Psalm Study: Psalm 67

Dear Reader,

[I apologize again this week for the weird fonts; WordPress seems to be holding a grudge against me.]

Since it’s been a while since I’ve posted anything on the Psalms, a bit of an introduction is probably in order –

Background

Who I am and why I’m doing this — Mostly just your average Christian in the pew, but I did study biblical Hebrew in college and grad school [1]. I also belong to a psalm-singing church and homeschool my kids. I have more often than not followed the Charlotte Mason approach to education which calls for hymn study. This made no sense for us so we began to do “Psalm Study” instead.

The theory behind Psalm Study — My thesis is this: The structure of the Psalms contributes to their meaning and beauty. This sounds pretty basic but it actually rather controversial in academic circles. Whereas English poetry relies on rhyme and meter as its primary structural devices, Hebrew poetry is usually said to rely on parallelism. But there is no agreement as to whether parallelism as such actually exists and, if it does, how and why it operates [2].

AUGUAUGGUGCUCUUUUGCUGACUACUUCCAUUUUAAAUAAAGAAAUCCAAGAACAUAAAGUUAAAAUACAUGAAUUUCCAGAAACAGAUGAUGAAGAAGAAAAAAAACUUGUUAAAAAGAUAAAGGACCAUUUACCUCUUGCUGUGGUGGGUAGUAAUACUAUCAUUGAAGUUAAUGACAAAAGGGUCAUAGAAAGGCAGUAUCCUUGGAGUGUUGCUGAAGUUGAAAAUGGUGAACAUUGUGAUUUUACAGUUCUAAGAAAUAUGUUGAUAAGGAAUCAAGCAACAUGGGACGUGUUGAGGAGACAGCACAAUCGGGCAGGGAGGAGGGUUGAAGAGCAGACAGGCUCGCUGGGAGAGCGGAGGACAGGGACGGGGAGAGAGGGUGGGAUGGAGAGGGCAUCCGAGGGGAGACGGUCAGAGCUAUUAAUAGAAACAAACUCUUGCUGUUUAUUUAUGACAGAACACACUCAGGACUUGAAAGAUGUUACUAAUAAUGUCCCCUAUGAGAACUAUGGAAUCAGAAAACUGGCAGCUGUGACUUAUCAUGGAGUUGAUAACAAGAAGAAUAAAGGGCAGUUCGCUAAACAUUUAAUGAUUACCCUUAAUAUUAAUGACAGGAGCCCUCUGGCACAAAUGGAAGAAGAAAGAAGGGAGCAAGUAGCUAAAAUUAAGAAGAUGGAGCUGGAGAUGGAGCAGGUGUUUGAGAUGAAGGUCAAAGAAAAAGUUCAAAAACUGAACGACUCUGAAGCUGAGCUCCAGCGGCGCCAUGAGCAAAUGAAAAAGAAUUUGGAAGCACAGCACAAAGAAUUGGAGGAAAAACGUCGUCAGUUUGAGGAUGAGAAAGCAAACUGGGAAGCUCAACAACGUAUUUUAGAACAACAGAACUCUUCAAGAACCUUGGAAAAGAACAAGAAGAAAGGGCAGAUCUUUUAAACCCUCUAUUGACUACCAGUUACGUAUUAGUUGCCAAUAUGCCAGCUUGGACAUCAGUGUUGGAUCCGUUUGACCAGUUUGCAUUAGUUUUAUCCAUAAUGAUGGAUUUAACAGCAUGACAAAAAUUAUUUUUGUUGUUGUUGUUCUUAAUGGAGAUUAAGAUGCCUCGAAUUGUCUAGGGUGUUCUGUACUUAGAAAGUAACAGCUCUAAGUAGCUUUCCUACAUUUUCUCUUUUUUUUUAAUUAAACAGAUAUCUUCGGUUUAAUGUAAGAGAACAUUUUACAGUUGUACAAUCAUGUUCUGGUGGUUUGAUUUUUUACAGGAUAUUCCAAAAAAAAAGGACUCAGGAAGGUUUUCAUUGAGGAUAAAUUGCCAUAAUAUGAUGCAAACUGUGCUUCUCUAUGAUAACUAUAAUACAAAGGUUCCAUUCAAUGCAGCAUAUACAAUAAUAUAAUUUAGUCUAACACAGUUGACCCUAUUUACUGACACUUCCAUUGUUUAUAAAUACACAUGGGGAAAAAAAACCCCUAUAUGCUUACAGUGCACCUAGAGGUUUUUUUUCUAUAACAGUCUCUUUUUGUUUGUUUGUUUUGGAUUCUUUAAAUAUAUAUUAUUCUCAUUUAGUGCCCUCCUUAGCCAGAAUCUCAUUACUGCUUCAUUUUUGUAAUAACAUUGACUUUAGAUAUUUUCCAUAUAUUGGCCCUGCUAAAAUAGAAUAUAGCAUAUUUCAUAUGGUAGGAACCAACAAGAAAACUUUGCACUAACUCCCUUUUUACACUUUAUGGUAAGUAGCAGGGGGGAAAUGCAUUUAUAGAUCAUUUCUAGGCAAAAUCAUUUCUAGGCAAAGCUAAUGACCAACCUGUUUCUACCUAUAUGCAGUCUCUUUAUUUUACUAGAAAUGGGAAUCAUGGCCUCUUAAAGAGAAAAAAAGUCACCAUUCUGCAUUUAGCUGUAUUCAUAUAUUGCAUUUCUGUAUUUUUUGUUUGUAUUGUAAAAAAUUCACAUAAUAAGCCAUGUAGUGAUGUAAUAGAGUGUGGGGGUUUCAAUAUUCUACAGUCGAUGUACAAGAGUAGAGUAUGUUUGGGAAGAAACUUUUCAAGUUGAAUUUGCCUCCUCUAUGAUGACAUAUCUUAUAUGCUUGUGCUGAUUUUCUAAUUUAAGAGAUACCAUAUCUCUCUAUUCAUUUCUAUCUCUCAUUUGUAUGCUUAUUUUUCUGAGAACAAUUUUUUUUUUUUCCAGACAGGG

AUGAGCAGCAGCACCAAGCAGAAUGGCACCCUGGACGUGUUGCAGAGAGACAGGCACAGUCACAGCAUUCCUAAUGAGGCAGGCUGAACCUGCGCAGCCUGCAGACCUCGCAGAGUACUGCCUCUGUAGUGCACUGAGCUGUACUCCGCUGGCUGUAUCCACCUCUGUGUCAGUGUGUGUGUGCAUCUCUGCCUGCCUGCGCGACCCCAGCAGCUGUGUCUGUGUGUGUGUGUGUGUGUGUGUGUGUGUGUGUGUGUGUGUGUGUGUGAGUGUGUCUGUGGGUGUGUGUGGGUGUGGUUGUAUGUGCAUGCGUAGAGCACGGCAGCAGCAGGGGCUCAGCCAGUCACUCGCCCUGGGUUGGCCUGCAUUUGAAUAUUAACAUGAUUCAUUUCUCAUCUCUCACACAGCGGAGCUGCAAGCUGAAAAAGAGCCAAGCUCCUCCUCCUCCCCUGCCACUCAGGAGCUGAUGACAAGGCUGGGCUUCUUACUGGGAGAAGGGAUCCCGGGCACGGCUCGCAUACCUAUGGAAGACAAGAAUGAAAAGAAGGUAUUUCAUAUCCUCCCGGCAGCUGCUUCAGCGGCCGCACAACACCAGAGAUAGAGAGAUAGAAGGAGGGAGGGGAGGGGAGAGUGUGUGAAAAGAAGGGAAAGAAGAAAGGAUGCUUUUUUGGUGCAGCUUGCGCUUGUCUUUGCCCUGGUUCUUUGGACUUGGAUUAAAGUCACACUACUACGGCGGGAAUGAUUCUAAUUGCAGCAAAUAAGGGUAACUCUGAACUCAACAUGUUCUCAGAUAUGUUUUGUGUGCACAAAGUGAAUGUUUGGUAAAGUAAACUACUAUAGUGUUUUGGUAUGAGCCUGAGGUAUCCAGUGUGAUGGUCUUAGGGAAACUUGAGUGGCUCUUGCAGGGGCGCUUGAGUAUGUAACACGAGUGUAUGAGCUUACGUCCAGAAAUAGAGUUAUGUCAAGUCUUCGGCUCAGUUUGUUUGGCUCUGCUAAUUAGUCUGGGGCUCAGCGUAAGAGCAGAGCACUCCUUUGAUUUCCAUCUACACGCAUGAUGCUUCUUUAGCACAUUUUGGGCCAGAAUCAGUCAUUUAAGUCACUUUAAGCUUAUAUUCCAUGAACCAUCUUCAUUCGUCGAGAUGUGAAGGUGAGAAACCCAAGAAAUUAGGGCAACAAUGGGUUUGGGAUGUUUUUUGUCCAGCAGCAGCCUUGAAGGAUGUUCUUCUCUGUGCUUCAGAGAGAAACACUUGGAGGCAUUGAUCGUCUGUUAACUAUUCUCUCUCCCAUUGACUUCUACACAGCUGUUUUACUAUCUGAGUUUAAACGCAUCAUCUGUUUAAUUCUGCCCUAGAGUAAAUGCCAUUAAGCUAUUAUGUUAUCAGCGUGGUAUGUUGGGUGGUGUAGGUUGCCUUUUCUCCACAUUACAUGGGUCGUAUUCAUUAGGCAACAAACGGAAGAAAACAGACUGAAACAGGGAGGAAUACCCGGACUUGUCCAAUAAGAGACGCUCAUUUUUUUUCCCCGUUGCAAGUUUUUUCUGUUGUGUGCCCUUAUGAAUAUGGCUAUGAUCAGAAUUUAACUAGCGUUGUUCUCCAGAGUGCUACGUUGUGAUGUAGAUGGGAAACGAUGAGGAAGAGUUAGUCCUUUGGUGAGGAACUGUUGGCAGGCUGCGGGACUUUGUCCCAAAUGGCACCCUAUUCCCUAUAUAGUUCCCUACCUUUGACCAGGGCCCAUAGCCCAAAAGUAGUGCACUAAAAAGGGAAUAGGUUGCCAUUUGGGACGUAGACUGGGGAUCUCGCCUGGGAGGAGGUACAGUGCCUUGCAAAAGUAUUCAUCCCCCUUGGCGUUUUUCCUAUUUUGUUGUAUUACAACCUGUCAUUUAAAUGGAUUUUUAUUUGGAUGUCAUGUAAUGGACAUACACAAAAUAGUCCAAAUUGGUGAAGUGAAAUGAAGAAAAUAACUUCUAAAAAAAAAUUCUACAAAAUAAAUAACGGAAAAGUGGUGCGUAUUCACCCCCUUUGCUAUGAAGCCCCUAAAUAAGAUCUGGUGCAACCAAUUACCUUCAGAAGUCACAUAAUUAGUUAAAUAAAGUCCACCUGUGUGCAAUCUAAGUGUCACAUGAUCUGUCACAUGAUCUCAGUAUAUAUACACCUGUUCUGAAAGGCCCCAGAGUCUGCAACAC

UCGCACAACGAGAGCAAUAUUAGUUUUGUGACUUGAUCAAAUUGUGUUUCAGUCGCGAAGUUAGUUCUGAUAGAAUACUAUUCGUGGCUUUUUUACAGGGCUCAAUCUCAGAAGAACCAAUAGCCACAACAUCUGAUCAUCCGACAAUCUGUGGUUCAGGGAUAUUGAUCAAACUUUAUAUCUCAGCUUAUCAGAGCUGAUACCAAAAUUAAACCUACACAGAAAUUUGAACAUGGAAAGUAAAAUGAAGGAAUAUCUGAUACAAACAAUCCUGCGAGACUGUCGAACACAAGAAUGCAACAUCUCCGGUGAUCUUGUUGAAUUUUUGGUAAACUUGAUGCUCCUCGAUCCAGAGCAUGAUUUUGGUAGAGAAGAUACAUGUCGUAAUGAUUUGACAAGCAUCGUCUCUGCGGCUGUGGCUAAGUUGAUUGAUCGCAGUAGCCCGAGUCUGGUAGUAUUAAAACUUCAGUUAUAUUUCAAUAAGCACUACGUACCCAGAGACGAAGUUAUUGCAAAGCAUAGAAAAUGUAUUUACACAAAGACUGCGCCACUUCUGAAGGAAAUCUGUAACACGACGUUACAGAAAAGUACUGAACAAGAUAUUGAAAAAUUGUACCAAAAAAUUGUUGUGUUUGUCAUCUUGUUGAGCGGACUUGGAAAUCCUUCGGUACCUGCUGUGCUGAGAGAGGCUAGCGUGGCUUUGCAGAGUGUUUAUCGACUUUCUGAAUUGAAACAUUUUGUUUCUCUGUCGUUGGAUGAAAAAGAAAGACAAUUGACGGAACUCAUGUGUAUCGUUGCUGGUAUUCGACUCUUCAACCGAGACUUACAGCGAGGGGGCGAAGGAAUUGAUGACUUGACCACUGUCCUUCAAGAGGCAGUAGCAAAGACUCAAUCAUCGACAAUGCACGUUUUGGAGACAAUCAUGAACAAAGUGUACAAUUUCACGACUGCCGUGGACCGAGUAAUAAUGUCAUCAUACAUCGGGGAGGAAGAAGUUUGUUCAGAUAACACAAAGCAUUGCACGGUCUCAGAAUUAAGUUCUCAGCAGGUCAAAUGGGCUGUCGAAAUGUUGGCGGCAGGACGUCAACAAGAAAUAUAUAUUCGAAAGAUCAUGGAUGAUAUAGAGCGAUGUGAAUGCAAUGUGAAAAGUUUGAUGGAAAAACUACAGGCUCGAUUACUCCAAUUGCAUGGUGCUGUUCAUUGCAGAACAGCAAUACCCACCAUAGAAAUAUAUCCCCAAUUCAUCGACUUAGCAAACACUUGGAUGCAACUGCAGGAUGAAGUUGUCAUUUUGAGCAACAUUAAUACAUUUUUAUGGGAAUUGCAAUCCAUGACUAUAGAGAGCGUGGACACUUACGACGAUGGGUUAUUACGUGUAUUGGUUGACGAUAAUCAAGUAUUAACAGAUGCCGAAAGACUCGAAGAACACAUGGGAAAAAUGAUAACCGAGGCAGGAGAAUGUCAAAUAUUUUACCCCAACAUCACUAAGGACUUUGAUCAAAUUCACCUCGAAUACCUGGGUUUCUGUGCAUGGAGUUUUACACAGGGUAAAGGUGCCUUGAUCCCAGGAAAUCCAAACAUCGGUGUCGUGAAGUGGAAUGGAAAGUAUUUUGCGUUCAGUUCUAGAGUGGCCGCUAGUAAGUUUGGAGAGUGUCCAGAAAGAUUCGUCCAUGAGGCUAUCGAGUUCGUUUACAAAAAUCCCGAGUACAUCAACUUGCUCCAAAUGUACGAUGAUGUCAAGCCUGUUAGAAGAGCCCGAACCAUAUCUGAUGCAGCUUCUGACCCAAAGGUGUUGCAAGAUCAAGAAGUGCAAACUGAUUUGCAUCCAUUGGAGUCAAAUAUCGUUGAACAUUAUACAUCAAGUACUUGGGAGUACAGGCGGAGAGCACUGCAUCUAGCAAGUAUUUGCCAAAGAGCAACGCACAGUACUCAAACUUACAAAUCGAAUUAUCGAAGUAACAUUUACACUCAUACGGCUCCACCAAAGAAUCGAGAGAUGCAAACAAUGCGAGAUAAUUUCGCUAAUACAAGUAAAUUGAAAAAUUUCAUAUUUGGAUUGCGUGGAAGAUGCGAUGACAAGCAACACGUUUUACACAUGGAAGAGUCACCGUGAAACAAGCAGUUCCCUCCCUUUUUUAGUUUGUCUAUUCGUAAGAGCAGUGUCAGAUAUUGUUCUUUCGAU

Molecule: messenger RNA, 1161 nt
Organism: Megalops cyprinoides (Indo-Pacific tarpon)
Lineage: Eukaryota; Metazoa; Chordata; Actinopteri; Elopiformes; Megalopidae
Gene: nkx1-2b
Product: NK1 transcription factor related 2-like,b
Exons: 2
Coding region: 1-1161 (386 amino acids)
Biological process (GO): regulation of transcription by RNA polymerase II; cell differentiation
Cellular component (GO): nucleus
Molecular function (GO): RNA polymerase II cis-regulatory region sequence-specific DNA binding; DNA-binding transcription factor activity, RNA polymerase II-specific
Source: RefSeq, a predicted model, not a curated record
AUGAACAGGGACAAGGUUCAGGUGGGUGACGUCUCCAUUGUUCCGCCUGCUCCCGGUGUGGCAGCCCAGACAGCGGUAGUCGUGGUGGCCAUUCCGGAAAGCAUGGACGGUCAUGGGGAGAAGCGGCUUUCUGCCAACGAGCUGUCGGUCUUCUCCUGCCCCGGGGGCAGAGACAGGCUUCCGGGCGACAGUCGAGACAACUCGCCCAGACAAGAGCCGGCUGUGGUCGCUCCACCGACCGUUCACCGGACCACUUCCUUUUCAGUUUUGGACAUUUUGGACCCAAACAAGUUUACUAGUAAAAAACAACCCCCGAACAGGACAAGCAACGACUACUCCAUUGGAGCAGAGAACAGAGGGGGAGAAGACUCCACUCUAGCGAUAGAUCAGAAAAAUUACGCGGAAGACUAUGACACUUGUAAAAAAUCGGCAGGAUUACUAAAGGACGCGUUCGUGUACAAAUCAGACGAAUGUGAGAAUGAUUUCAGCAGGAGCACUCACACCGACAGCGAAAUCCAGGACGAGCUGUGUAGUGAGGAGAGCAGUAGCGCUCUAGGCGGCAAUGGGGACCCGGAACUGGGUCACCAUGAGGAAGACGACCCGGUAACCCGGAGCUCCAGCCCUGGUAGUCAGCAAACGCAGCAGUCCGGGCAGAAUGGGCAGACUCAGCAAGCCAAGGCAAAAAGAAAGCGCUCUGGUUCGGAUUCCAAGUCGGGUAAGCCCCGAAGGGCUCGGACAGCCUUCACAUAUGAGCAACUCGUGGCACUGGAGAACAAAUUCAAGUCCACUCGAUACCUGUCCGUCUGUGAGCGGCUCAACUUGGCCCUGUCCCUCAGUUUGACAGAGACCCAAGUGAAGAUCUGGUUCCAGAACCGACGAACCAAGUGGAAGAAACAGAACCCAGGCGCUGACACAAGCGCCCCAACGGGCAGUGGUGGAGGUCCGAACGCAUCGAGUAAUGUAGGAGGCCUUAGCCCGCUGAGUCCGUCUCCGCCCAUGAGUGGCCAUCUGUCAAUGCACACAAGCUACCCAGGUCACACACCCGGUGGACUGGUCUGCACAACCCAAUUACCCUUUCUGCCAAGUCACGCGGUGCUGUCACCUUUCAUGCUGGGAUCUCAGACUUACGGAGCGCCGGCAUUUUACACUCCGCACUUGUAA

Things I believe

  • I do not believe that my way of reading the Psalms is the only way.  God’s Word is a living Word and part of what that means is that we can come to it time and again and get different things from it each time. I am offering one way to approach the Psalms, but it is by no means the only way. 
  • I do believe that the Psalms are God’s inspired Word. The words they contain are deliberate and significant and their structure is as well [3]. The more we delve into the Word of God, the greater is our appreciation of its beauty and intricacy. I hope that as you come along with me in these Psalm Studies that you too will be in awe of just how much God has to tell us and of how sophisticated  — and yet how simple — is the language of the Psalms. 
  • I do not believe every person in the pew needs to learn Hebrew to appreciate the Psalms. It would be nice, of course, but it is not and should not be necessary. You can learn to appreciate the structure of the Psalms and to understand them better without learning Hebrew. My goal is to help you to do so.